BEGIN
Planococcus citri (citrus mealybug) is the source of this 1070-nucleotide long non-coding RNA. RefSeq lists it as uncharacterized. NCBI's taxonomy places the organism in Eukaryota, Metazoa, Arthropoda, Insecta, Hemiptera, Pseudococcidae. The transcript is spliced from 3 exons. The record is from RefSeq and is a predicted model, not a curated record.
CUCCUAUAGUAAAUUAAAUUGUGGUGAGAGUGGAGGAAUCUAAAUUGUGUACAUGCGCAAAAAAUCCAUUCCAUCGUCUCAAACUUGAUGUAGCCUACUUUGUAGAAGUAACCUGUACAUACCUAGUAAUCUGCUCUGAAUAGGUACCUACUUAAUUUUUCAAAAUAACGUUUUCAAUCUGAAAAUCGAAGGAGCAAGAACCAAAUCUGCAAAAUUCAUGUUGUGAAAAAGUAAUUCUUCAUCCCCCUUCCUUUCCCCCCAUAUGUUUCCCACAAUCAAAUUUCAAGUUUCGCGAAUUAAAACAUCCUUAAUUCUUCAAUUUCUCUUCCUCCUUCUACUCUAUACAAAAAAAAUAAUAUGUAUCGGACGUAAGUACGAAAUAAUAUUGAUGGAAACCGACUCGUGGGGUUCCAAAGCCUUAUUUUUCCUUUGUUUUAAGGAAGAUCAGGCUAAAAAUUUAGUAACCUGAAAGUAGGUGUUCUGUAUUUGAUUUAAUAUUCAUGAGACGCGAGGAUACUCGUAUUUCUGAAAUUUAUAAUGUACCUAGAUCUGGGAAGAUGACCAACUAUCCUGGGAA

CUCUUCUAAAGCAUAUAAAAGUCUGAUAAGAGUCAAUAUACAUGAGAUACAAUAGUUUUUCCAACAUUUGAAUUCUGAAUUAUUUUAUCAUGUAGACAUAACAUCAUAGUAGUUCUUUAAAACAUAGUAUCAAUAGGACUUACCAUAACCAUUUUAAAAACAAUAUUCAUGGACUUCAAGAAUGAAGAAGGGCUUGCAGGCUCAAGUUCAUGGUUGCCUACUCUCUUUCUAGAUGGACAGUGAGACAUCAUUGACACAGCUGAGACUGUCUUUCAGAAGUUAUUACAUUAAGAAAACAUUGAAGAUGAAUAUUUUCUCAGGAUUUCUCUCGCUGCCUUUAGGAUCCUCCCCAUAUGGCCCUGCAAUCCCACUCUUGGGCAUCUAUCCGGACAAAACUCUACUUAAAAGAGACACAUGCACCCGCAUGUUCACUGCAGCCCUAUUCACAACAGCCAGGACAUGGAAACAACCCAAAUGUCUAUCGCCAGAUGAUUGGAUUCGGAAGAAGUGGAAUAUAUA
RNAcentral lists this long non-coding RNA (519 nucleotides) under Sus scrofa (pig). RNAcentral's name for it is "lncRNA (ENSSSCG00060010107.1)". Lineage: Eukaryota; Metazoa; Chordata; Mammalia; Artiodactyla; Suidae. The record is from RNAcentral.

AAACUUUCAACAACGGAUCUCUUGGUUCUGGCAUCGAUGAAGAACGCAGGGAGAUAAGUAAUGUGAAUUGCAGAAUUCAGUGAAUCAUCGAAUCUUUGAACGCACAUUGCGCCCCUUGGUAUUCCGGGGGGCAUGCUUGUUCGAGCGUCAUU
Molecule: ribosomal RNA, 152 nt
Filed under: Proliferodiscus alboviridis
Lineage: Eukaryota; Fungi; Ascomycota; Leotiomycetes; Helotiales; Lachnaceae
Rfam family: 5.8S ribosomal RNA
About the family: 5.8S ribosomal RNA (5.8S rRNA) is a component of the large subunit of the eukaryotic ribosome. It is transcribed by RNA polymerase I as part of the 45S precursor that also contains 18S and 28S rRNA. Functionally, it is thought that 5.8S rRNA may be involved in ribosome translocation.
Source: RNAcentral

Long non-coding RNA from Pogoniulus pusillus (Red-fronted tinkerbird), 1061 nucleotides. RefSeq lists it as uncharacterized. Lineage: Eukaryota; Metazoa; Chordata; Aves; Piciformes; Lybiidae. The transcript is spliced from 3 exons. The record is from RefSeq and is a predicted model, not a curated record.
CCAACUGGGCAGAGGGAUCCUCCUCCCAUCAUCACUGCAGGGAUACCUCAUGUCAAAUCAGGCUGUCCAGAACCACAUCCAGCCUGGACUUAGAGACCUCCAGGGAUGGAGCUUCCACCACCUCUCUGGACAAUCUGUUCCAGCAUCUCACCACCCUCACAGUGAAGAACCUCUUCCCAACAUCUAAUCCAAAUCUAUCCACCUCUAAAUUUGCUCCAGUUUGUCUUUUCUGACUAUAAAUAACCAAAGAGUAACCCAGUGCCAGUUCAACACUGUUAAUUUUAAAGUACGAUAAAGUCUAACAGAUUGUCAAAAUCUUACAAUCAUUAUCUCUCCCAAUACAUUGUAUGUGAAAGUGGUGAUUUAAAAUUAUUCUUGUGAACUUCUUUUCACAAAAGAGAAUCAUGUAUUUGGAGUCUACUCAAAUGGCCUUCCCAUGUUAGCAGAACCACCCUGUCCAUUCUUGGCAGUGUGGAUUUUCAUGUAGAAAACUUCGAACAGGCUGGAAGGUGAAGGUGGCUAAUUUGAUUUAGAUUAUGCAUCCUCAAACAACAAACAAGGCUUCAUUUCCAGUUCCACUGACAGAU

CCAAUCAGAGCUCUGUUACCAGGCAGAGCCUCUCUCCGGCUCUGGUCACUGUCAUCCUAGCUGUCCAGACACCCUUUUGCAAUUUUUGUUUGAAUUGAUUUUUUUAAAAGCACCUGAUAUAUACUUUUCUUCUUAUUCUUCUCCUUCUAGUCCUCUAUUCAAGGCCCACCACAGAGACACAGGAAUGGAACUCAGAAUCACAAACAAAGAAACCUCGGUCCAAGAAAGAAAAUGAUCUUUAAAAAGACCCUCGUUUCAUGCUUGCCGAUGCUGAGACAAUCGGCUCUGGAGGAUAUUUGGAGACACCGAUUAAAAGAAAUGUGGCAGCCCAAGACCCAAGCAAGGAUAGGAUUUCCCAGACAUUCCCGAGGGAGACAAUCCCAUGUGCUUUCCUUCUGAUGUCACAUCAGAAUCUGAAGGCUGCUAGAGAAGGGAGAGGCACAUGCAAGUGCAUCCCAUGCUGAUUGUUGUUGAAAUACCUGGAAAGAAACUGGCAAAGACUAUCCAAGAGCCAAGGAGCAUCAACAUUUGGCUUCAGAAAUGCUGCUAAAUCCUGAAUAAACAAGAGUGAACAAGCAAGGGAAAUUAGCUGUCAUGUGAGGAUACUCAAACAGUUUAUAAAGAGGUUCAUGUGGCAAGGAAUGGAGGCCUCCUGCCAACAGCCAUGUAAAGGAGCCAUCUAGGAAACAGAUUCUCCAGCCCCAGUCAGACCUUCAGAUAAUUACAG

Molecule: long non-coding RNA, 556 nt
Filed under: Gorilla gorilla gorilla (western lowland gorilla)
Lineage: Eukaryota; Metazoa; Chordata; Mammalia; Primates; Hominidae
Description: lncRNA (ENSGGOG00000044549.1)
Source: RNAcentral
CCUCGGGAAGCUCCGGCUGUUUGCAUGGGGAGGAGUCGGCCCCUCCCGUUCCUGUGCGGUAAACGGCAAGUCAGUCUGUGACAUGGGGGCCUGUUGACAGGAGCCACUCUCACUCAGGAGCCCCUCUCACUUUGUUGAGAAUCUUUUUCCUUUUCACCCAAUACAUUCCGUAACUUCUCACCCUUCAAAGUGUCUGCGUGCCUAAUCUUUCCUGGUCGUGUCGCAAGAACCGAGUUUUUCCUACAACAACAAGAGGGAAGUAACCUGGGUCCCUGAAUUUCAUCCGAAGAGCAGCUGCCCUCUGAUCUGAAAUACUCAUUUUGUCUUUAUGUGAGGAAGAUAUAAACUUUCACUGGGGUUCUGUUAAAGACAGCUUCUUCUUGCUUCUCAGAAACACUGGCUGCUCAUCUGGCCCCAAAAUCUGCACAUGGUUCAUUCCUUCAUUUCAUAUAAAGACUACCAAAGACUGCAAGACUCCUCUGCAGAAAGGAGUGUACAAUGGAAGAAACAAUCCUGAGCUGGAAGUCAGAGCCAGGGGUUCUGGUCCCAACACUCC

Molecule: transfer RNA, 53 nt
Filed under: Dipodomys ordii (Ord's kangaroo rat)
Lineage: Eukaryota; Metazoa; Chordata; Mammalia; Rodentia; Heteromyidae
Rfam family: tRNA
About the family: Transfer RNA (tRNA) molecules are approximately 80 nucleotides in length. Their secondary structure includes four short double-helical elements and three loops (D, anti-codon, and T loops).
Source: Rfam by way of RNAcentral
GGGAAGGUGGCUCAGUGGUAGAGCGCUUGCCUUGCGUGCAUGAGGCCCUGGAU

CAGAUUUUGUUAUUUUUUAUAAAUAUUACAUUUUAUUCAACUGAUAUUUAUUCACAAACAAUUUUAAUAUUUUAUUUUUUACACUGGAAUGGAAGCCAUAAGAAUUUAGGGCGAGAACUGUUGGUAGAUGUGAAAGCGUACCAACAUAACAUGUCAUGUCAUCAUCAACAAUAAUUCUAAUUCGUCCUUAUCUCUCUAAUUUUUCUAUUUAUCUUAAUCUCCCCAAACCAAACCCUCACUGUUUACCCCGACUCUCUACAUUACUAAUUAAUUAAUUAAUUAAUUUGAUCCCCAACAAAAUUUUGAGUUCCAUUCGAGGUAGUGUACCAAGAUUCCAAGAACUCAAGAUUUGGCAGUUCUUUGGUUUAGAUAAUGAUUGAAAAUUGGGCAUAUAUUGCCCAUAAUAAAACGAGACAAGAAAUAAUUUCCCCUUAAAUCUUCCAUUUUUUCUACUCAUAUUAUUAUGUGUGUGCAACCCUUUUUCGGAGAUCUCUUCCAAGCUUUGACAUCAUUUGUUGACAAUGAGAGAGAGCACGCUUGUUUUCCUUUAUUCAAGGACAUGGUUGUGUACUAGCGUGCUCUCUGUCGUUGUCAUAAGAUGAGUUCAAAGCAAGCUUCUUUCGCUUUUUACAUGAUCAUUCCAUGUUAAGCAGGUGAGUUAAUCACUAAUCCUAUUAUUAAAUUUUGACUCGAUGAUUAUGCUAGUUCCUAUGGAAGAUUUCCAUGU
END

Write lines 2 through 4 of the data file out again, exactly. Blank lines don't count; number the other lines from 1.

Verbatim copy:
CUCCUAUAGUAAAUUAAAUUGUGGUGAGAGUGGAGGAAUCUAAAUUGUGUACAUGCGCAAAAAAUCCAUUCCAUCGUCUCAAACUUGAUGUAGCCUACUUUGUAGAAGUAACCUGUACAUACCUAGUAAUCUGCUCUGAAUAGGUACCUACUUAAUUUUUCAAAAUAACGUUUUCAAUCUGAAAAUCGAAGGAGCAAGAACCAAAUCUGCAAAAUUCAUGUUGUGAAAAAGUAAUUCUUCAUCCCCCUUCCUUUCCCCCCAUAUGUUUCCCACAAUCAAAUUUCAAGUUUCGCGAAUUAAAACAUCCUUAAUUCUUCAAUUUCUCUUCCUCCUUCUACUCUAUACAAAAAAAAUAAUAUGUAUCGGACGUAAGUACGAAAUAAUAUUGAUGGAAACCGACUCGUGGGGUUCCAAAGCCUUAUUUUUCCUUUGUUUUAAGGAAGAUCAGGCUAAAAAUUUAGUAACCUGAAAGUAGGUGUUCUGUAUUUGAUUUAAUAUUCAUGAGACGCGAGGAUACUCGUAUUUCUGAAAUUUAUAAUGUACCUAGAUCUGGGAAGAUGACCAACUAUCCUGGGAA

CUCUUCUAAAGCAUAUAAAAGUCUGAUAAGAGUCAAUAUACAUGAGAUACAAUAGUUUUUCCAACAUUUGAAUUCUGAAUUAUUUUAUCAUGUAGACAUAACAUCAUAGUAGUUCUUUAAAACAUAGUAUCAAUAGGACUUACCAUAACCAUUUUAAAAACAAUAUUCAUGGACUUCAAGAAUGAAGAAGGGCUUGCAGGCUCAAGUUCAUGGUUGCCUACUCUCUUUCUAGAUGGACAGUGAGACAUCAUUGACACAGCUGAGACUGUCUUUCAGAAGUUAUUACAUUAAGAAAACAUUGAAGAUGAAUAUUUUCUCAGGAUUUCUCUCGCUGCCUUUAGGAUCCUCCCCAUAUGGCCCUGCAAUCCCACUCUUGGGCAUCUAUCCGGACAAAACUCUACUUAAAAGAGACACAUGCACCCGCAUGUUCACUGCAGCCCUAUUCACAACAGCCAGGACAUGGAAACAACCCAAAUGUCUAUCGCCAGAUGAUUGGAUUCGGAAGAAGUGGAAUAUAUA
RNAcentral lists this long non-coding RNA (519 nucleotides) under Sus scrofa (pig). RNAcentral's name for it is "lncRNA (ENSSSCG00060010107.1)". Lineage: Eukaryota; Metazoa; Chordata; Mammalia; Artiodactyla; Suidae. The record is from RNAcentral.